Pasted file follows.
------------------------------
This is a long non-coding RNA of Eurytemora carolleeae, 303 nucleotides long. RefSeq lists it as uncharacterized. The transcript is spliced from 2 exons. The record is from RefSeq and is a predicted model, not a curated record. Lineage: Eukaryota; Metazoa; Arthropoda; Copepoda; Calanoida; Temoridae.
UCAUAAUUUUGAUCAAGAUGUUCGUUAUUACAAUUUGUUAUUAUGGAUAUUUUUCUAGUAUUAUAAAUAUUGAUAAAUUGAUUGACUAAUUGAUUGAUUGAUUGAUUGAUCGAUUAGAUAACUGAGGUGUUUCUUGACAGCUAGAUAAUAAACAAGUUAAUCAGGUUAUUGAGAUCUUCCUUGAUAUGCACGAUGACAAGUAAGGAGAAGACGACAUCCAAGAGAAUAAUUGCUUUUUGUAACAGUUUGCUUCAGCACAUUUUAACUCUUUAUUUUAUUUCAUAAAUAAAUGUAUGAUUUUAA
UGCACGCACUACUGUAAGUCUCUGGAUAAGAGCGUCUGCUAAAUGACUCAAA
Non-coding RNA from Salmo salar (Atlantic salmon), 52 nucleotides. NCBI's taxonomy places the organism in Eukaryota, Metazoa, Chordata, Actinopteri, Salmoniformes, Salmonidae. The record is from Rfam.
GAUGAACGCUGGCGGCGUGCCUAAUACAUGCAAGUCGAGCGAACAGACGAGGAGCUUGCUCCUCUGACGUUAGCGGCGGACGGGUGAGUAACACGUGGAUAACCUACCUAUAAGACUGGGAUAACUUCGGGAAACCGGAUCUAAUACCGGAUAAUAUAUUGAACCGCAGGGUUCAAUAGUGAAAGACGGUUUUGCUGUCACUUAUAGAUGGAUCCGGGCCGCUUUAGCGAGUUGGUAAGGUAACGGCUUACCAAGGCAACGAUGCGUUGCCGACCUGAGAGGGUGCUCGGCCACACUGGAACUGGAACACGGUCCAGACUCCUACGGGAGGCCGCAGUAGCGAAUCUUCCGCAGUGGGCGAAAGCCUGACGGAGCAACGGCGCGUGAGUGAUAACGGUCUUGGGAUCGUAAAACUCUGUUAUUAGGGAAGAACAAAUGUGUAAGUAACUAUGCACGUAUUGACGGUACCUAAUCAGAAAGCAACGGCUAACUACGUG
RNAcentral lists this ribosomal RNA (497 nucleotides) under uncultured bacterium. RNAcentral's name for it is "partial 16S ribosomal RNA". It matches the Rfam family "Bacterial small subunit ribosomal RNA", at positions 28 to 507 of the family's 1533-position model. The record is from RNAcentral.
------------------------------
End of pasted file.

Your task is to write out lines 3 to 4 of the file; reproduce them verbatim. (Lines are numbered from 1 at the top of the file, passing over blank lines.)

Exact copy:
UGCACGCACUACUGUAAGUCUCUGGAUAAGAGCGUCUGCUAAAUGACUCAAA
Non-coding RNA from Salmo salar (Atlantic salmon), 52 nucleotides. NCBI's taxonomy places the organism in Eukaryota, Metazoa, Chordata, Actinopteri, Salmoniformes, Salmonidae. The record is from Rfam.